Monday, August 25, 2008

Sierra Summer - Photo Albums Posted!

Our trip galleries are up on Picasa now.  We would have liked to have more pictures, but we forgot the battery charger.  It's amazing we were able to make it last so long! (turning the display off and using the viewfinder really helped)...  A few of the Mt. Dana pictures were taken with a disposable 35mm.

Bear Valley Adventure Sports Festival

Twin Lakes/ Matterhorn Peak attempt

Yosemite August 2008

Tuolumne / Mt. Dana

Saturday, August 23, 2008

Day 6-7 Bear Trails

We were not able to post the last couple of days, because we were in the high country of Yosemite, and they don't have any internet access. On Wednesday night, we had another encounter with a bear! We could hear our campsite neighbors start banging pots and pans together, and yelling from all sides of the campground, so we knew we had a bear checking around for food.

After we went into our tent for the night, we heard rangers explain to the tent next to us that there was a "very large bear" in the area. Then we heard him say, "there he is!" and we realized that the bear was running full speed towards our tent! We heard him gallop by, but by the time we unzipped our tent, he was gone. The ranger said that the bear was about 400 pounds. WOW!

On Thursday we attempted to climb Mt. Dana, but we missed the trail by a long shot, and ended up following bear trails through the wilderness for about two hours. After realizing that we were nowhere near the trail, we gave up and spent the rest of the day at Tanaya Lake, soaking in the atmosphere. That night we enjoyed a fun campfire program at our campground, and learned all about bears, and hiking in the high sierras.

We finally found a ranger who explained where the actual trail for Mt. Dana started, so on Friday we finally were able to climb Mt. Dana. It was 3000 ft up to the top, and as one lady explained at the top, it was a puffer. When you climb up to 13,000 feet, the air is very thin, and it almost feels like you are drunk or something when you reach around 12,000 feet.

Once at the top, we signed the register, ate lunch, and enjoyed the view. It was amazing! We were the first people up there that day, so we got to watch all the other hikers come up the mountain after us. We were most likely the only people that day that had the peak to ourselves for about half an hour. It took us a while to get downhill though, because it's so steep. Mt. Dana was beautiful, and we got to see about a dozen Marmots!

We decided to put a cap on our trip and end it on Friday, so that we could beat the weekend Yosemite traffic. We had a great trip, with lots of excitement and adventure, and we can't wait to do it again sometime!

Wednesday, August 20, 2008

Day Five - Camp 4

After having a few hairy moments of our own on the Trans-Sierra highways earlier in the week, we couldn't help but rescue a stranded motorist last night on the Tioga Road. We were coming back from the valley pretty late, having cleaned up, and done some laundry and shopping, when we came across a the owner of a stalled Jeep Cherokee spraying it's coolant all over the side of the road.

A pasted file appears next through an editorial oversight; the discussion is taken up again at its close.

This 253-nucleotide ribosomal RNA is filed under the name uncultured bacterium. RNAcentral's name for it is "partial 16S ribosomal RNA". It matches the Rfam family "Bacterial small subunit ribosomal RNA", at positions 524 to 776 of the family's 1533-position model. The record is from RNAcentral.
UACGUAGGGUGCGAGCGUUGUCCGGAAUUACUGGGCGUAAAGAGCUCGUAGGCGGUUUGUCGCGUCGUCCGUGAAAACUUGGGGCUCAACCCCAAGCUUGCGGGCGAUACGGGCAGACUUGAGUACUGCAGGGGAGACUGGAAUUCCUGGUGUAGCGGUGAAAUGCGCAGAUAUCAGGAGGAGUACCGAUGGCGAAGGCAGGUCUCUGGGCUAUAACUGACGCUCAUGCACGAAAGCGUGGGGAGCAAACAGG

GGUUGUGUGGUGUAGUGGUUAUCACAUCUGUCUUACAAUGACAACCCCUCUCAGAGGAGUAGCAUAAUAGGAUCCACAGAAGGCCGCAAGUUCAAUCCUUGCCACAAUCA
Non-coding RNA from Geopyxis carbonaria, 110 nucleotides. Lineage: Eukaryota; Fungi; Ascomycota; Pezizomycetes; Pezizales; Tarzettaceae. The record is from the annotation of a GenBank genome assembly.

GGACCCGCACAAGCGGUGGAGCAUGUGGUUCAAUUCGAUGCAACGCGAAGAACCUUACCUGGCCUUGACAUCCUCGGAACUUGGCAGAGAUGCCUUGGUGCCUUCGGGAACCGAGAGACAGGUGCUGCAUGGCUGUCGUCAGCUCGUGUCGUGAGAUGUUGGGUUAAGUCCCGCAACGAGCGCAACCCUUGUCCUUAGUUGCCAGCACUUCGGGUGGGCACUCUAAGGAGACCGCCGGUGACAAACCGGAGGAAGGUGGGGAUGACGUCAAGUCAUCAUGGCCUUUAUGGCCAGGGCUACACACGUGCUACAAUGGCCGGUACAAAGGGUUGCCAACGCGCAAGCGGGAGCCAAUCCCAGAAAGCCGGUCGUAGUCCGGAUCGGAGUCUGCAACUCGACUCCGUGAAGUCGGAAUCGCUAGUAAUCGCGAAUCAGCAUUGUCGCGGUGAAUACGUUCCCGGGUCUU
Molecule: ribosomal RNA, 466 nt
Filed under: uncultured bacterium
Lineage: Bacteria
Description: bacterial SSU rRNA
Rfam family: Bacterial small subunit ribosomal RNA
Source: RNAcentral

I think a lot of people don't fully realize how often there isn't any cell coverage for an emergency in the high-country. Luckily for Miles, a San Francisco resident, Amber and I came along to give him a lift to the nearest pay phone. He was on his way to meet some friends for a three-week backpacking trip on the John Muir trail. We did learn one important tip from him, which is to carry a phone card, something we'll surely be doing in the future. He got a hold of AAA and was able to get a tow to Lee Vining that night. We hope he still was able to meet his friends and has a great journey on the trail.

When we woke up this morning we discovered our camping bin had been toppled over and rifled through. Apparently there was a bear making good work of White Wolf campground last night. One of our neighbors had his cooler stolen as they were unpacking and we found paw prints around our car! Luckily we had properly stored our food and the bear neither woke us, or caused any damage to any of our gear. So remember: BEAR SAFETY PAYS OFF!

We spent most of the day today bouldering, a form of rock climbing done on short boulders with a pad underneath instead of a rope. It's a great practice because it allows you to work on technique without the usual constraints of moving gingerly to conserve energy on a long route. We picked up a pad last night, and bouldered this morning all around Curry Village. We worked on only the easiest problems, but they were still pretty tough for us.

We took a break from bouldering to walk across the valley floor, grab some lunch, talk to the rangers about hiking in the high country, and got to check out a great rock climbing exhibit at the Yosemite Museum. After our break the technique really started to set in. We did sever easy problems at Camp 4 and Swan Slabs, and were much more sucessfull. Amber said she had the most fun so far at Camp 4 and Swan Slabs. The climbs were challenging in that you really have to read the rock for the best place to put your hands and feet. Hopefully this will turn into gains in our roped route climbing too!

So now we're chilling out in this posh lounge, doing some recon. for hiking in the high country tomorrow, and writing this post. Time for us to head out of the valley, back up to White Wolf, and grub!

Tuesday, August 19, 2008

Day Four - Poaching Internet

Hey Everyone! We found a great campsite just outside of the Valley, called White Wolf. Today we had coffee with a park ranger, and climbed a little in the Valley. A secret inside source let us in on the best place to poach internet, and it's one of the classiest establishments in the park! We are going to do some housekeeping type stuff and head back to our campground to get ready for tomorrow, another big day in Yosemite!

Monday, August 18, 2008

Day Three

After a close call with the oil fill cap lodged in the shift mechanism, and a fire near the Sonora Pass, we thought nothing else could go wrong yesterday, but the Twin Lakes area had the worst selection of campsites ever.